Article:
Welcome, wild harbinger of spring!
To this small nook of earth;
Feeling and fancy fondly cling
‘Round thoughts which owe their birth
To thee, and to the humble spot
Where chance has fixed thy lowly lot.
Bernard Barton, “To a Crocus”
The crocus flower marks the dying of winter and the promise of spring. This past week, nearly nine months after Tristan overdosed on heroin, the first blossom appeared in his memorial garden. Nine months—the period of human gestation in darkness before birth.
The crocus proved a perfect symbol. Early stories about the flower include a young man named Crocus who was a friend of the Greek god Hermes (Mercury), messenger of the gods. One day the two were playing catch with a disc. The disc accidently hit Crocus in the head and he fell to the ground. Hermes, distraught with grief about the fatal wound, turned Crocus into a flower to honor him.
The crocus continues to honor others. Tristan received a crocus bulb about ten years ago when his Cub Scout den leader, Mike, passed from cancer that consumed his brain.
And a few years ago, like Crocus, my son Tristan was wounded in the head with the disease of addiction, a brain disorder that robs people of the ability to make healthy choices. Now his hard, dark night of addiction is over. I believe he resides on the Other Side, resurrected, at peace.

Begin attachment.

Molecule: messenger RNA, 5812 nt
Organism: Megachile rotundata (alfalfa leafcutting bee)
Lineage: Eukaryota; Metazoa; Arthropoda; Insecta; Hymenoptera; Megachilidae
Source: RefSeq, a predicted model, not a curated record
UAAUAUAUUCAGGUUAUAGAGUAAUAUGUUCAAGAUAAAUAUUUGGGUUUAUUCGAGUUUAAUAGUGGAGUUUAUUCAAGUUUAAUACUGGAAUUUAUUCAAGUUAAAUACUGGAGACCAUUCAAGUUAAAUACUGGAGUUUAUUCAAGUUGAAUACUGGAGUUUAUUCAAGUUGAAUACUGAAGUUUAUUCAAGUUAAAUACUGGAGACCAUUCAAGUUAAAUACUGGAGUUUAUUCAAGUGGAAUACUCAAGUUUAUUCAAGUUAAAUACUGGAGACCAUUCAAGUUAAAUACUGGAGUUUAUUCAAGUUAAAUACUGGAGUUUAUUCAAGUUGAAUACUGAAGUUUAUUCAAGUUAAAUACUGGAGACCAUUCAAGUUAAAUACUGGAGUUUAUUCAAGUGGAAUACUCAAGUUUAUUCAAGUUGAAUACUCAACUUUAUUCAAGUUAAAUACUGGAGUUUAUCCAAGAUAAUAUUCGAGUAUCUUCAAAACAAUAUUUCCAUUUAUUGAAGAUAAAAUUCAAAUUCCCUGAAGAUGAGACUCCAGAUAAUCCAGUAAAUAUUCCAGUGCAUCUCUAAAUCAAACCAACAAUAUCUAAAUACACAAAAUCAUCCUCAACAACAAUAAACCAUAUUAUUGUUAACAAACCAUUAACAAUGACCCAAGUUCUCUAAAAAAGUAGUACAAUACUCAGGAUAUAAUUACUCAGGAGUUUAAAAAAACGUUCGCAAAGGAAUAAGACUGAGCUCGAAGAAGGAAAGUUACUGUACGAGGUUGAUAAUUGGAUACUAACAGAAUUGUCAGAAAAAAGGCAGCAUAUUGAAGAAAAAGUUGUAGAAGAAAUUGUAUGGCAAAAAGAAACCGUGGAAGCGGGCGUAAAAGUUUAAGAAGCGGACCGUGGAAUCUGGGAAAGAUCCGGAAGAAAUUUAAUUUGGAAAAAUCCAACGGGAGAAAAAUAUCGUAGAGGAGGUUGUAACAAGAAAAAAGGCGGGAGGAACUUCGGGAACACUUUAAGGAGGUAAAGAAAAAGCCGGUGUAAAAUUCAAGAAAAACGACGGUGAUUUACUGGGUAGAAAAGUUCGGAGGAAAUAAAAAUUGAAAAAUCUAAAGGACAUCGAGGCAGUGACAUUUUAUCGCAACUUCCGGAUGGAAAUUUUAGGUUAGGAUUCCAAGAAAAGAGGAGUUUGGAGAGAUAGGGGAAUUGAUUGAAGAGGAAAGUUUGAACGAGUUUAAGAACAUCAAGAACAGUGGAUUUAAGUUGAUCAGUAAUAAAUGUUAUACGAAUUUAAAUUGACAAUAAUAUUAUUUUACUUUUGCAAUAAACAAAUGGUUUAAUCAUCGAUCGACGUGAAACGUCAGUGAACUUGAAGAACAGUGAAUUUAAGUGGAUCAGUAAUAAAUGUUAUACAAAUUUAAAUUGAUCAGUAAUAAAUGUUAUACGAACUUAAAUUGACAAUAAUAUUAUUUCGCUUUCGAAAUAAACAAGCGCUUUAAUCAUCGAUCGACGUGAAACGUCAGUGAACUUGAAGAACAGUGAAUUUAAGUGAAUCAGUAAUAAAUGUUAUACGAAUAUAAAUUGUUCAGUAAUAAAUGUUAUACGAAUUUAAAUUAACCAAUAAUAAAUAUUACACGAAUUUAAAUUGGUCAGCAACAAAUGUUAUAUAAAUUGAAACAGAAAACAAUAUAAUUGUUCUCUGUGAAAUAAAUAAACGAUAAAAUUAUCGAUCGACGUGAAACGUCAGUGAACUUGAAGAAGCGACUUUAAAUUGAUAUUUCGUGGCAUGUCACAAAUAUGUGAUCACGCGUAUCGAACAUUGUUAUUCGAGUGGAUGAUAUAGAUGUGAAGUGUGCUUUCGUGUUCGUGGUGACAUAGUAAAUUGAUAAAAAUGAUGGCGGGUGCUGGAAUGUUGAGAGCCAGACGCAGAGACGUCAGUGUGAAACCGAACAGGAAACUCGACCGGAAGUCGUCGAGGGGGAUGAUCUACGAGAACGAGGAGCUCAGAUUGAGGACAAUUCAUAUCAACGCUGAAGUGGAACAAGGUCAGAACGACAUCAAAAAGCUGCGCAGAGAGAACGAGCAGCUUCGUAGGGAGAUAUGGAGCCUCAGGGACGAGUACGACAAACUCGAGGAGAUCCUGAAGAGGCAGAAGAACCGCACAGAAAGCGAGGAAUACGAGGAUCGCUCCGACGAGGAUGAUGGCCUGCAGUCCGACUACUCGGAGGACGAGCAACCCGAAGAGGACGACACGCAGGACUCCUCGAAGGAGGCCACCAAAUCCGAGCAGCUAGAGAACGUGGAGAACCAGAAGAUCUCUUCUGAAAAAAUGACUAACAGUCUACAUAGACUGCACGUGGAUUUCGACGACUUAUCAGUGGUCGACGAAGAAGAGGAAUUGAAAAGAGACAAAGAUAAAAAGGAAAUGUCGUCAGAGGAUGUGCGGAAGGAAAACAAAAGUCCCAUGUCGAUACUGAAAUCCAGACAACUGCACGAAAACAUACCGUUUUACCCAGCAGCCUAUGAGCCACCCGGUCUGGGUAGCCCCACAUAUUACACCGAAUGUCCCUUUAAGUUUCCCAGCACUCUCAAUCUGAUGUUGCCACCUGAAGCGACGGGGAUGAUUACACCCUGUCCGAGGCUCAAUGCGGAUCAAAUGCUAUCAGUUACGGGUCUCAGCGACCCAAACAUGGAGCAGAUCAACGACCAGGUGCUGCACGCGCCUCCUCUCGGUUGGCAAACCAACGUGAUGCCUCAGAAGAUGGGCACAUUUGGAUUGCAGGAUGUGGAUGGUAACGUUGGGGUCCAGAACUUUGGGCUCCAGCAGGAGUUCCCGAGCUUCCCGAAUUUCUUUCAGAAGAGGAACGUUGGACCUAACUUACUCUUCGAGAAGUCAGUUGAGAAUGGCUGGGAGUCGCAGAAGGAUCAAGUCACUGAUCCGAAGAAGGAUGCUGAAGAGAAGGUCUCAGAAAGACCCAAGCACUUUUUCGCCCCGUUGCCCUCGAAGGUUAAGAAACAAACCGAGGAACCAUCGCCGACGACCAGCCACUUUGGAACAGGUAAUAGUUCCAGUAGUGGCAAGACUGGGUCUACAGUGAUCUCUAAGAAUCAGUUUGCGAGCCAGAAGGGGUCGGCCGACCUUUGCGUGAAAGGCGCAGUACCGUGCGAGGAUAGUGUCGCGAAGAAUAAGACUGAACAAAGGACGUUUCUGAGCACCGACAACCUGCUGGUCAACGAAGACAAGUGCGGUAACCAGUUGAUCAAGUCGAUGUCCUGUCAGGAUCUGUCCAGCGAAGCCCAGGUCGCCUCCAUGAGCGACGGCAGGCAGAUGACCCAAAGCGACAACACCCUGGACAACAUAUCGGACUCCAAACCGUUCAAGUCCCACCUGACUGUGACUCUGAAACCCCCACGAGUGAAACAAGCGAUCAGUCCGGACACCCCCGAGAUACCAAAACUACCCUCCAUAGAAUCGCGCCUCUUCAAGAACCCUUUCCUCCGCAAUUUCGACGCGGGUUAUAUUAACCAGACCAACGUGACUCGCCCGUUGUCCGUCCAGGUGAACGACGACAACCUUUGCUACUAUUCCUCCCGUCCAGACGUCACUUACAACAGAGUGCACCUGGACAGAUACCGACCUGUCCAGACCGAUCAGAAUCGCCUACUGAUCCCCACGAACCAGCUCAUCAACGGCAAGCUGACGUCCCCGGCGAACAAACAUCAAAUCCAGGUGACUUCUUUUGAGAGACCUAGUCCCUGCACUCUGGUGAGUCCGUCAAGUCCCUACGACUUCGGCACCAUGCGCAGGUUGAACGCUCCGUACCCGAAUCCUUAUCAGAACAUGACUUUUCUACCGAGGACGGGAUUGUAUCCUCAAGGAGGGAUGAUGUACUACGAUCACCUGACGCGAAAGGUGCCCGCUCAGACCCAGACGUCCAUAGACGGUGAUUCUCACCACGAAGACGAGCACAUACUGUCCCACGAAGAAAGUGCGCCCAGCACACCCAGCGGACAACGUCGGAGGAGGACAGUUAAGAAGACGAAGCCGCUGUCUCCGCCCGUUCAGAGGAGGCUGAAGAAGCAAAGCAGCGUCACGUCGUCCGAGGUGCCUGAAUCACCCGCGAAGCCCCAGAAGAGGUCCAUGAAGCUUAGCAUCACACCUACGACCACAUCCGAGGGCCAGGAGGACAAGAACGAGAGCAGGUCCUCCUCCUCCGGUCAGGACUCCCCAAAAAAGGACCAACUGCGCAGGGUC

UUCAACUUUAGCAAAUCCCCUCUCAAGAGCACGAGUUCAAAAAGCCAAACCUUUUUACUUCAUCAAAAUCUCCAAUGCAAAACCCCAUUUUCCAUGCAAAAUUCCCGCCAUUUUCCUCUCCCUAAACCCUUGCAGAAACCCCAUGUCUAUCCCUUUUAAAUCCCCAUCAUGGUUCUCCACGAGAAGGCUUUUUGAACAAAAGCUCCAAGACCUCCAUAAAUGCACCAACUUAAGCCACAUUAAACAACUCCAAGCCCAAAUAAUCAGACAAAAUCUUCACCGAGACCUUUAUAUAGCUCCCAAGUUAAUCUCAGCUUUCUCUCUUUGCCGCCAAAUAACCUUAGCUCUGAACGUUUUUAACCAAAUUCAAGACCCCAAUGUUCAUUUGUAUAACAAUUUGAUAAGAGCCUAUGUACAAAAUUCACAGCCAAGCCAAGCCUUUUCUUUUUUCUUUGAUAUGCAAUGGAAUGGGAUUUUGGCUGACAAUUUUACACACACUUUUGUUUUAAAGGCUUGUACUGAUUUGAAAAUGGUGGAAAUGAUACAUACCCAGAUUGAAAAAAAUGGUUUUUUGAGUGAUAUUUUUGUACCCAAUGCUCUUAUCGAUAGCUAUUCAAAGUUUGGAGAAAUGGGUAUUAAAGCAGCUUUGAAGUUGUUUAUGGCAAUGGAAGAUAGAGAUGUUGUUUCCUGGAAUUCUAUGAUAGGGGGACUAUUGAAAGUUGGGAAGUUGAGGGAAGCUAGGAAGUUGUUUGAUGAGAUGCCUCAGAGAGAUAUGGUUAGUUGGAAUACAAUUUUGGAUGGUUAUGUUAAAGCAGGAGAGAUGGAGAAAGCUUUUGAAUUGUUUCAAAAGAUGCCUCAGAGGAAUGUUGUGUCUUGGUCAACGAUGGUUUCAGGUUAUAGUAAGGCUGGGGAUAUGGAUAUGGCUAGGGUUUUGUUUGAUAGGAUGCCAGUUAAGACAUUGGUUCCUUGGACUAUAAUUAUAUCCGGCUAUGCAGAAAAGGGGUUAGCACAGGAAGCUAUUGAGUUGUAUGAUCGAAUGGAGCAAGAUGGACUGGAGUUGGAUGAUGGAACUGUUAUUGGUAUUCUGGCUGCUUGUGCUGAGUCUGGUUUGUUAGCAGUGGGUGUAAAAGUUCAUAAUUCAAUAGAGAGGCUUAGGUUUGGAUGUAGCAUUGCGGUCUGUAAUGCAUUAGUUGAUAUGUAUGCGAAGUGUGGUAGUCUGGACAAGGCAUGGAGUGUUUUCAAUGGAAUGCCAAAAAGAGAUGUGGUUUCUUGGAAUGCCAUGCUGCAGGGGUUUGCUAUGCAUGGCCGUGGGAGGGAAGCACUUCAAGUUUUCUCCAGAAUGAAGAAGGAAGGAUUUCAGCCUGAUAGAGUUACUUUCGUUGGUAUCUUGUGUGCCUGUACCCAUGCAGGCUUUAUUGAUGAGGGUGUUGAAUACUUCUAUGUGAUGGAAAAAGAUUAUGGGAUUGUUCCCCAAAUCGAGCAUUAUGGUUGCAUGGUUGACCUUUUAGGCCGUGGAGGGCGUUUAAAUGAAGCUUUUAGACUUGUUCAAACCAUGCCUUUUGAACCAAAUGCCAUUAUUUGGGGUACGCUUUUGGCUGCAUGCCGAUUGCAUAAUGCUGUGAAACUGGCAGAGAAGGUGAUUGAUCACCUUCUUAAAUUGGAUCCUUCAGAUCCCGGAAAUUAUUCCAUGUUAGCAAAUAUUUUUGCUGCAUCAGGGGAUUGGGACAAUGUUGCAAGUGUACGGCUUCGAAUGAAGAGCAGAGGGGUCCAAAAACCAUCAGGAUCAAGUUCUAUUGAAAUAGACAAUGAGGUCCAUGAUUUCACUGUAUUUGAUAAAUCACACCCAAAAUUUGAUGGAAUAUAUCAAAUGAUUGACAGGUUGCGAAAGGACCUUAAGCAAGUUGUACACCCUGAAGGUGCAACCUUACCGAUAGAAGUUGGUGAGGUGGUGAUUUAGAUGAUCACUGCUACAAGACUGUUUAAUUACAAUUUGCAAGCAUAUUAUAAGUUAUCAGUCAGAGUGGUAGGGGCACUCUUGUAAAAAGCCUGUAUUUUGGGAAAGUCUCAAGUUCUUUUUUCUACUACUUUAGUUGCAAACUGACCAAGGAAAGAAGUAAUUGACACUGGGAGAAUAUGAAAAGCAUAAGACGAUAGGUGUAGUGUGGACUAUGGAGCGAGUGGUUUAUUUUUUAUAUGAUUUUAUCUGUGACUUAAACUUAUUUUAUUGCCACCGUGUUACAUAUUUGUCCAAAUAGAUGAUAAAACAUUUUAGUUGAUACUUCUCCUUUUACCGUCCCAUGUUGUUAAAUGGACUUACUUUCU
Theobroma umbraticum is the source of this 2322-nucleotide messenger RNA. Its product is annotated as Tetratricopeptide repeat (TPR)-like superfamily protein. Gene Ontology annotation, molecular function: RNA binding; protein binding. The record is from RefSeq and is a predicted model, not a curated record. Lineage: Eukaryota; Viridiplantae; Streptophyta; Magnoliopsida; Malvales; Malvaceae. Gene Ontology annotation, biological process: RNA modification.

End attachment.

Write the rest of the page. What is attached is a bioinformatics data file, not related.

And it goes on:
Last fall, Rebecca Woods came over with a bag of crocus bulbs and helped me plant them, and Mike’s crocus bulb, in my son’s memorial garden. The first crocus to spring up is the color of amethyst, a stone noted for healing properties.
As for my son, and my own grief, there is new life beyond the cold of winter. The crocus heralds the dawning of our spring.
Thriver Soup Ingredient
Plant some crocus bulbs next fall and watch for them during the winter. They can be a wonderful surprise, even in the dead of winter.
Hoyt & Roberts, comps. Hoyt’s New Cyclopedia of Practical Quotations. 1922. Retrieved Feb. 25, 2016, from http://www.bartleby.com/78/197.html
Galenus, De constitutione artis medicae, 9. 4. (Corpus medicorum Graecorum, 13. p. 269) https://en.wikipedia.org/wiki/Crocus_(mythology)